Thousands of security professionals descend upon Las Vegas every year to take part in a series of conferences known as Hacker Summer Camp (Black Hat, BSides and Defcon). This year, I attended Defcon, and it seems like the numbers keep growing. So, why is this one of the most relevant and successful security conferences? Because it’s built around people who love to explore, share knowledge, and learn about computing and security in the cloud.
Hacking in the cloud
The Cloud Village was particularly interesting to me. Cloud services are built for increased collaboration and productivity and provide capabilities like auto sync and API level communication. This has led enterprises to exclusively use SaaS, PaaS and IaaS services for storing and sharing critical and confidential data. End-users as well as security products tend to place implicit trust in cloud vendors such as Microsoft, AWS, Google and SaaS app vendors such as Box, Salesforce, DropBox. As a result, cybercriminals have started launching their attacks from these trusted cloud services. The talk focused on how attackers are abusing these trusted cloud services to create Phishing attacks that are highly effective and hard to detect.
READ MORE: APIs and security: What you need to know
One presentation I enjoyed was called “Phishing the cloud era.” They began the presentation by sharing some statistics that illustrate the wide-scale adoption of cloud services by cybercriminals. In particular, they focused in on the usage of cloud services as a launching point of an attack.
They looked at a few specific techniques discovered in the wild:
- Targeted BEC (Business email compromise) Phishing attacks abusing popular services like S3, GCS, Azure Storage, and GCP Google’s App engine.
- PhaaS (Phishing-as-a-Service) Criminals hosting a full-fledged phishing infrastructure over cloud and selling it as a B-to-C model. These on-demand service-based models provide an essence of a criminal version of software-as-a-service which allows purchasing site login accounts along with crafting and hosting phished links.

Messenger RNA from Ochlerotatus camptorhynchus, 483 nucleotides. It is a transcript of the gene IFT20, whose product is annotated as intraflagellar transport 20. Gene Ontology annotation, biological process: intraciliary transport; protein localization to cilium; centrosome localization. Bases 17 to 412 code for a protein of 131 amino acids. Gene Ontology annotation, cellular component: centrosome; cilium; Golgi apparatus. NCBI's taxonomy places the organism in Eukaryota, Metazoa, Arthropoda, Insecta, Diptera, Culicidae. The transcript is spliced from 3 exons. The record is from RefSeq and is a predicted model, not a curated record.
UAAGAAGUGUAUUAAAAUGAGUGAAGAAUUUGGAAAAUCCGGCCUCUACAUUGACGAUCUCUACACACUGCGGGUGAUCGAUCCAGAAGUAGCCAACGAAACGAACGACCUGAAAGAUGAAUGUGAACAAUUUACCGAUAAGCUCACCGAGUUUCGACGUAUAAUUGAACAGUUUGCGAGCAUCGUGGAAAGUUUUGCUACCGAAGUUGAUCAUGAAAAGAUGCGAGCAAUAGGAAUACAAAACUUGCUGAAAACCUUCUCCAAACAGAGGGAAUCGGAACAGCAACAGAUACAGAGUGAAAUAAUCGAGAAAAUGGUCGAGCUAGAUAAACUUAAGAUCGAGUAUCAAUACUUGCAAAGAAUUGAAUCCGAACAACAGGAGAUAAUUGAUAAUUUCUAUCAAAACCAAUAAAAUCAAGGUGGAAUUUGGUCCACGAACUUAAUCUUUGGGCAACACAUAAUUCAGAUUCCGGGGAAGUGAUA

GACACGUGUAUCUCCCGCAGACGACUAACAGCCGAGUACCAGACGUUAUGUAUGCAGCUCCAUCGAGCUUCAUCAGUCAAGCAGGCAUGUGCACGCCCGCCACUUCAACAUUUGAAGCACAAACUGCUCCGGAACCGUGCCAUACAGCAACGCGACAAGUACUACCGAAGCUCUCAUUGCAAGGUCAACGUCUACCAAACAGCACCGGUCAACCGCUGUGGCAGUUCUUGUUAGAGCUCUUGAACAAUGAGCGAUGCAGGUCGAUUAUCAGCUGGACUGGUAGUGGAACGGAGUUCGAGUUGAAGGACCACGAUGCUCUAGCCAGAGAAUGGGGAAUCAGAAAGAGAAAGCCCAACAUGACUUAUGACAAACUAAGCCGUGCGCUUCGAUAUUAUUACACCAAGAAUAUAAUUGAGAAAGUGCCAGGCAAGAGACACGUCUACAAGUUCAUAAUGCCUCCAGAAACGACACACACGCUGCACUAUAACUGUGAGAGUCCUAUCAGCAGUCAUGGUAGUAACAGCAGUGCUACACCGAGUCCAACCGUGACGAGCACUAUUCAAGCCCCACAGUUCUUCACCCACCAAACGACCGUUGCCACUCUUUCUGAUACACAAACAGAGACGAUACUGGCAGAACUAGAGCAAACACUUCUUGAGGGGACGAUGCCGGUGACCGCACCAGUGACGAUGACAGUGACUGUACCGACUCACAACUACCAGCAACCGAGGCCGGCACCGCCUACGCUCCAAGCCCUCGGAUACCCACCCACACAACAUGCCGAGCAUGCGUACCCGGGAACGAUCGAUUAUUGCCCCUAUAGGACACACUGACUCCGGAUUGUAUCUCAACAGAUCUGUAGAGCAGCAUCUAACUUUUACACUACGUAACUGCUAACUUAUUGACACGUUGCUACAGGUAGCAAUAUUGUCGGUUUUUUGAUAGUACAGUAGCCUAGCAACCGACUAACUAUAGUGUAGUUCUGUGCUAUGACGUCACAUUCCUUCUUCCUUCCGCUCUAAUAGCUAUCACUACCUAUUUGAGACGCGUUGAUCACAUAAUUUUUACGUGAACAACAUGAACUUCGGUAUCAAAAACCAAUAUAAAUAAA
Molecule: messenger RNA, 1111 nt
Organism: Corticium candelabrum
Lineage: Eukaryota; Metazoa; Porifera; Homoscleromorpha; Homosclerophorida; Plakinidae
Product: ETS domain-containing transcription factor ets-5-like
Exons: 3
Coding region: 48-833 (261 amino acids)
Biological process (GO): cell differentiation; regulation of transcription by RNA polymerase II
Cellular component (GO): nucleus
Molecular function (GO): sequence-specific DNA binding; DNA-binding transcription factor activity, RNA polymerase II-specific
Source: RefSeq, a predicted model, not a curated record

The key takeaways they found behind the threat actor’s motivation and interest in using the cloud were:
- Reducing the infrastructure overhead.
- Access to more powerful hosting or computing services.
- Significantly cheaper attack methods (No DGA or BPH needed).
- Gives attackers protection by default (encrypted traffic, API driven communication, etc.).
- Slow take-downs, fast recovery.
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Security in the cloud
Overall, this presentation focused on phishing attacks hosted in the cloud, and how organizations should carefully assess the risks and potential threats when moving their enterprise workload towards the cloud.
Most end users are savvy enough now to understand links that include random IP addresses or suspicious sounding domain names should not be clicked on, but don’t have a similar awareness of the risk associated with cloud services. Users tend to click on an email invite from a cloud application or a phishing document hosted in a cloud environment as it is convincing and difficult to recognize as phishing.
The motivation behind this new trend is its simplicity. This is why it draws an ever-growing amount of novice cybercriminals into building their attack surfaces using cloud services.
Over all, it was another successful Defcon. There were so many different people from every walk of life it seemed. Every person I interacted with was super friendly and eager to learn about everything security. Looking forward to Defcon 28!
Cybersecurity threats – Interview with Bernard Harquindeguy, Ping Identity